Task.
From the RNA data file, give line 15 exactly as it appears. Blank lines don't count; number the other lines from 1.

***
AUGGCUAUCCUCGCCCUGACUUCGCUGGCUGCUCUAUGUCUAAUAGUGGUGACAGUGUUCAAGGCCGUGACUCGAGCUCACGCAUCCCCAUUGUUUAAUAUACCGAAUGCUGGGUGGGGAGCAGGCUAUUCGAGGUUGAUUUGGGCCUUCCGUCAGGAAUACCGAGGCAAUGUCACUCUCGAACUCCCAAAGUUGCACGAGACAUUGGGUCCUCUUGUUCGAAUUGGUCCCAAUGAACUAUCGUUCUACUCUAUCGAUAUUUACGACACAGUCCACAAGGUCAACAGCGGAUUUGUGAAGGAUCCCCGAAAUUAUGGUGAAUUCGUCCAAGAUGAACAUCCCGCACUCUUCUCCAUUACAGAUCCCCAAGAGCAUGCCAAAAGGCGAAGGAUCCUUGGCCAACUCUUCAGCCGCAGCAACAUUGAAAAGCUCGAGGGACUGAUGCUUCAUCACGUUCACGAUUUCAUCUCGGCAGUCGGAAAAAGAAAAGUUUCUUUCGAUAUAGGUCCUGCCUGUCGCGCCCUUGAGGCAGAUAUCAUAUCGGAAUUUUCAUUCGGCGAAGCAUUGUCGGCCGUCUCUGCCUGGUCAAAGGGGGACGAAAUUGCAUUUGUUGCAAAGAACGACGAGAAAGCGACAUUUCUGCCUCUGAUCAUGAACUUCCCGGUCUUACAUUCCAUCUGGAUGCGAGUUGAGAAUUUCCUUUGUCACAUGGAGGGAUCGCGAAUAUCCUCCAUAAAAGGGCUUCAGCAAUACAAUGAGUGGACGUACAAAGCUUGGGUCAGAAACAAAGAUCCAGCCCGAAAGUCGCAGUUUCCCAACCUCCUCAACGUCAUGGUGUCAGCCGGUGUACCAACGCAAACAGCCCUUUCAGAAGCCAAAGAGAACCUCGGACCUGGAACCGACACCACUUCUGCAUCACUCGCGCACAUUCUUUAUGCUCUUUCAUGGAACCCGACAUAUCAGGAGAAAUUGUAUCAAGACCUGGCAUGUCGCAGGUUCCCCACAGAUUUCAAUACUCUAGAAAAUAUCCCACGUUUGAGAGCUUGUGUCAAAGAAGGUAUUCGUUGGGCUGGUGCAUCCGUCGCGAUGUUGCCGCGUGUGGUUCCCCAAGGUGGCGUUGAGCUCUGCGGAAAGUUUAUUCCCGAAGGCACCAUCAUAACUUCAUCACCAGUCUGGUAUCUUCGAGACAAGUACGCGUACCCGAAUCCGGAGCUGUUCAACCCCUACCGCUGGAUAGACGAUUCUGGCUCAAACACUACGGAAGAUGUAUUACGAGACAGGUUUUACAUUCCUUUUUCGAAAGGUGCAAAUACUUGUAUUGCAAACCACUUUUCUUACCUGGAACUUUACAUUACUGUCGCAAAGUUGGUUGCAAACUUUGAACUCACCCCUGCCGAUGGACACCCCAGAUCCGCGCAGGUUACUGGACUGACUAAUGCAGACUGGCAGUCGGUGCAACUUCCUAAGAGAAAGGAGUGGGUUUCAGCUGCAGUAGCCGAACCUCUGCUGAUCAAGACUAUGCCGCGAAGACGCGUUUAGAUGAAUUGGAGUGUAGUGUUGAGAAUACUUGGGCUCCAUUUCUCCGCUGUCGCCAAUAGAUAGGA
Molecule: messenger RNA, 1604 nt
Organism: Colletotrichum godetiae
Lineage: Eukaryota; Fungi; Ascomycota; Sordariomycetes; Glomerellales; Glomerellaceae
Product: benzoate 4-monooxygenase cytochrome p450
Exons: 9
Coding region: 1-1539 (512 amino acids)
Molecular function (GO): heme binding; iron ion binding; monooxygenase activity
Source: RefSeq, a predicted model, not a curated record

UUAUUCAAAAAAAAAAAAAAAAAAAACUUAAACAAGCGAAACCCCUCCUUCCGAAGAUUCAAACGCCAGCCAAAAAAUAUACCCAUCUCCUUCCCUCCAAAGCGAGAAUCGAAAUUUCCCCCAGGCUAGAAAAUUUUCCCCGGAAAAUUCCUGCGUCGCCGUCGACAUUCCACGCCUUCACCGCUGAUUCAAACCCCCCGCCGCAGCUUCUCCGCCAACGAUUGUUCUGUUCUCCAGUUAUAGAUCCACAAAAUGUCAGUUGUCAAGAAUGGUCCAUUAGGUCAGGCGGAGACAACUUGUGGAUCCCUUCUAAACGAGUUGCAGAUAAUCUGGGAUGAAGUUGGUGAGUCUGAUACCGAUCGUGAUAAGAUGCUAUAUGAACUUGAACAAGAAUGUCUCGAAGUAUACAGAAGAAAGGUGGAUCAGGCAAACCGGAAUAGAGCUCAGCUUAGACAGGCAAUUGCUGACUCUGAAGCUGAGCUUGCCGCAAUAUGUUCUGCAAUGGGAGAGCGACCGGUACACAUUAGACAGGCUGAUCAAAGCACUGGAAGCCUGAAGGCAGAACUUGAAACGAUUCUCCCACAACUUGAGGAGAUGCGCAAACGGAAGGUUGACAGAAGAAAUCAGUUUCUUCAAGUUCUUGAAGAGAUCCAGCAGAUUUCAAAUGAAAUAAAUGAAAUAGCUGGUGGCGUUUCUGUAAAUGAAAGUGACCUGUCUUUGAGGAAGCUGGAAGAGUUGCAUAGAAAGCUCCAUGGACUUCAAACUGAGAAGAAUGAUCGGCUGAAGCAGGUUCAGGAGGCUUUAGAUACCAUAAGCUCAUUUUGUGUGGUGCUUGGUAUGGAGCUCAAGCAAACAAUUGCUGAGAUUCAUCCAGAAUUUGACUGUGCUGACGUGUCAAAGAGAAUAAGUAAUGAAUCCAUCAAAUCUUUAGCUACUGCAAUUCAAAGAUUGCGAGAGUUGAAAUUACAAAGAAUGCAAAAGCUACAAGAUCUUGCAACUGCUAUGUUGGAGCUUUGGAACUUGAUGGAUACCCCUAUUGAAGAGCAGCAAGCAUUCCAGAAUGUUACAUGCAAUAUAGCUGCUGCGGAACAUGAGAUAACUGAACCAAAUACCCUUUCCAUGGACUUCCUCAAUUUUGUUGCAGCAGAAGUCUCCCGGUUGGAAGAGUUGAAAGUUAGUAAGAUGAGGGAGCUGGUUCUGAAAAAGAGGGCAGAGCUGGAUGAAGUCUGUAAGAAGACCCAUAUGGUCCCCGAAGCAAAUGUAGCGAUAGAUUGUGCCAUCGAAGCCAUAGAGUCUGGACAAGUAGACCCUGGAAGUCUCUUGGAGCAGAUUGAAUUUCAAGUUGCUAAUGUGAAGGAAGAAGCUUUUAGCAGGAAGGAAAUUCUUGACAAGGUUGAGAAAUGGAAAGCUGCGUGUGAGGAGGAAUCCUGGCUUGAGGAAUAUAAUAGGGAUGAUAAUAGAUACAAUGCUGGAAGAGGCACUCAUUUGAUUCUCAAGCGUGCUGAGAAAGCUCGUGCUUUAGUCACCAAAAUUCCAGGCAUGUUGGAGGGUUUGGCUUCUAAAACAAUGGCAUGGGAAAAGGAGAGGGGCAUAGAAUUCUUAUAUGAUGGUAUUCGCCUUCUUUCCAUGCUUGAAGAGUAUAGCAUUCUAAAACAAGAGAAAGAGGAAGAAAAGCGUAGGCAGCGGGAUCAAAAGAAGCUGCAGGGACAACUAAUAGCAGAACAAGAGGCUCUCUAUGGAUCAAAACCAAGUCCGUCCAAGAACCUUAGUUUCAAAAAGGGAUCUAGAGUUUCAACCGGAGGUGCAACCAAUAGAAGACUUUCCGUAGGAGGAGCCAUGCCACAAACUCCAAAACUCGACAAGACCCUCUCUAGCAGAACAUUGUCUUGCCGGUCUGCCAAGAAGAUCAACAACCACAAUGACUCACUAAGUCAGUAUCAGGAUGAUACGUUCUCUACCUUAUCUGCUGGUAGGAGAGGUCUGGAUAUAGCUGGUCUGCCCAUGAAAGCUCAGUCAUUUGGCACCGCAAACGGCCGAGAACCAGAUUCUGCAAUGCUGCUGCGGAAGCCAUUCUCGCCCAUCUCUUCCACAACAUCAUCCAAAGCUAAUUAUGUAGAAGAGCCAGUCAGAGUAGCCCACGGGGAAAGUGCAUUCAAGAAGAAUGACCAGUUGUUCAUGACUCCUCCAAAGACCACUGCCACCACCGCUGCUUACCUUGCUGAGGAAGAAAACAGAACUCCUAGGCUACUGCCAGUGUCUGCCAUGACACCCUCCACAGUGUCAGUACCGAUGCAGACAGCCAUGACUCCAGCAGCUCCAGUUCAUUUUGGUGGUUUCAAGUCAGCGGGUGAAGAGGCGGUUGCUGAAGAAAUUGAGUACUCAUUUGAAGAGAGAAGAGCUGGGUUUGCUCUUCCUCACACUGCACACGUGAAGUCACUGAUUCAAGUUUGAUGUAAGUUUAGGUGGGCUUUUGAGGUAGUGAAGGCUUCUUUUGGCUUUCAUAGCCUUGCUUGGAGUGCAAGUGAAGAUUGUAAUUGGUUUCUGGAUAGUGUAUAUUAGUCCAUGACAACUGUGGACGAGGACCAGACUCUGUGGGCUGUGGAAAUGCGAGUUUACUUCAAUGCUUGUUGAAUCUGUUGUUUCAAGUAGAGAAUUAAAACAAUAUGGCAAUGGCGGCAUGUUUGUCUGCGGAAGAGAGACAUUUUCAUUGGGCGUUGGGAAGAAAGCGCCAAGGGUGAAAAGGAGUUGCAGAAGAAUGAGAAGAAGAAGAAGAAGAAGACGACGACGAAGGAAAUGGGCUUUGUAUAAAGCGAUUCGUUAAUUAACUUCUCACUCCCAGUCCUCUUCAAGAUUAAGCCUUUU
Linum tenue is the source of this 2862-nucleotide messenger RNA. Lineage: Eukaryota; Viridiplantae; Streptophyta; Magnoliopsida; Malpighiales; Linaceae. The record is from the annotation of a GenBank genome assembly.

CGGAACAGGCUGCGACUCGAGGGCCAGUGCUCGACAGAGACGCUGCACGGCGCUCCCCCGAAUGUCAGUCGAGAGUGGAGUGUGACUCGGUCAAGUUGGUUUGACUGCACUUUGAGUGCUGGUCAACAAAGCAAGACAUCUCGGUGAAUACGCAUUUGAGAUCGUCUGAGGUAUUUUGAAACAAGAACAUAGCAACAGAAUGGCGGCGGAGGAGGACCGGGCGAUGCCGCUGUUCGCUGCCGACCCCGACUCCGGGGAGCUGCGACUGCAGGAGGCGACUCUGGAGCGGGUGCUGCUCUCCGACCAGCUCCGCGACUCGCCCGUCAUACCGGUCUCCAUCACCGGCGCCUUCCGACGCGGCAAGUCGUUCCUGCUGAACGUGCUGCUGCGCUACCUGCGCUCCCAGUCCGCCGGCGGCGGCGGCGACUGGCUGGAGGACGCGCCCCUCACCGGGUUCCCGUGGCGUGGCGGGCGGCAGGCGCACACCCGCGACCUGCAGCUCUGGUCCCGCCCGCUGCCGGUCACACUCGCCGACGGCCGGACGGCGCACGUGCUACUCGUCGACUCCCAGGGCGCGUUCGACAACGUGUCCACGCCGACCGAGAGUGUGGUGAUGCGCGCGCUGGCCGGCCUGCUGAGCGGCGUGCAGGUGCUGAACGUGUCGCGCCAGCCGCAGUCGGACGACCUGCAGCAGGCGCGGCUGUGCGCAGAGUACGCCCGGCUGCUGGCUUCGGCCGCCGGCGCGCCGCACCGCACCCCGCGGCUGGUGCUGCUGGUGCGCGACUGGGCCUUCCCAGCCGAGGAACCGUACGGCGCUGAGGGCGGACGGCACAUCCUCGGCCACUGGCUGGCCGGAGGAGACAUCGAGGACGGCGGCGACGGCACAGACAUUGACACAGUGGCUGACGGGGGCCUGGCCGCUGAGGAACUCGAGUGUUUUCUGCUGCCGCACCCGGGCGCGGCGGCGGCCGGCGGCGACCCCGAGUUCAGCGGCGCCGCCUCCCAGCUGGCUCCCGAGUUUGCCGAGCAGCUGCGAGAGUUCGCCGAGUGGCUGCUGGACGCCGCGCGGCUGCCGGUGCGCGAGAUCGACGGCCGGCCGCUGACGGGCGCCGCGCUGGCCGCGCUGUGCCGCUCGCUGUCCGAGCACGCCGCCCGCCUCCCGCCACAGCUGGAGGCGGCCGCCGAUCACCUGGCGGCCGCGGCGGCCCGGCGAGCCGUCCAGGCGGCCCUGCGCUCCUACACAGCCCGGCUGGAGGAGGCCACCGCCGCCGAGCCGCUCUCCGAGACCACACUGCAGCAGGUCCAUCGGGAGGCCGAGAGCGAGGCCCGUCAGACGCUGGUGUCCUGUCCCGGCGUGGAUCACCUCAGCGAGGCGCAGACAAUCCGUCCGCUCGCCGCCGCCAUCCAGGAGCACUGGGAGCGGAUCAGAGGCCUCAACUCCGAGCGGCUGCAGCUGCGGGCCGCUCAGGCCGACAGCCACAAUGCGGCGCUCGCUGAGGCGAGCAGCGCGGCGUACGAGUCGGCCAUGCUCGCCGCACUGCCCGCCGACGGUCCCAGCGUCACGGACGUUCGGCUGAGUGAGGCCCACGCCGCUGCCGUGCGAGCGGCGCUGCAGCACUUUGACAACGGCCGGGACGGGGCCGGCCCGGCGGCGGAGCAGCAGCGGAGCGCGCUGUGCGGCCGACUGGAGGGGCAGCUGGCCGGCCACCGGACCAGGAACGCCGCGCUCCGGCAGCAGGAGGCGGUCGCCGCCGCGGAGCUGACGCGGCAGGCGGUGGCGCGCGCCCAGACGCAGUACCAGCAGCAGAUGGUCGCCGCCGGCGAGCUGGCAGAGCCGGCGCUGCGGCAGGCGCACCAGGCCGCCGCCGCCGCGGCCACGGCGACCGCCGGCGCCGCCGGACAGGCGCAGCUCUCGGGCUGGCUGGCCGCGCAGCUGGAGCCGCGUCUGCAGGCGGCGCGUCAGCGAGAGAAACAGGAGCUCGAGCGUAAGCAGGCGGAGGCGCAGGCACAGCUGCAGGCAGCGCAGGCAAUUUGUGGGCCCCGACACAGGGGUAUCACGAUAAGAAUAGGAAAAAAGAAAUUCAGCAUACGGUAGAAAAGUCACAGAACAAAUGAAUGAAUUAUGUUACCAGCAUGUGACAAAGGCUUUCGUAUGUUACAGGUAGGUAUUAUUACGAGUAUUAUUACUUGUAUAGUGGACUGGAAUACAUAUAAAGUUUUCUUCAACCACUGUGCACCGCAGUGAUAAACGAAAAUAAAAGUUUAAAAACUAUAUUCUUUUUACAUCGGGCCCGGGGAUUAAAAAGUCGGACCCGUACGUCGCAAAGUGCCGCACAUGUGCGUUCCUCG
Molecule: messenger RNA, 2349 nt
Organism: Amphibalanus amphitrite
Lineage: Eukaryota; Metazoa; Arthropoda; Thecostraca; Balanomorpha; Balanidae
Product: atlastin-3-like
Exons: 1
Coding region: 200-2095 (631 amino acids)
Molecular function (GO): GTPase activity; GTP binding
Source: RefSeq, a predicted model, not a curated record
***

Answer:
Lineage: Eukaryota; Metazoa; Arthropoda; Thecostraca; Balanomorpha; Balanidae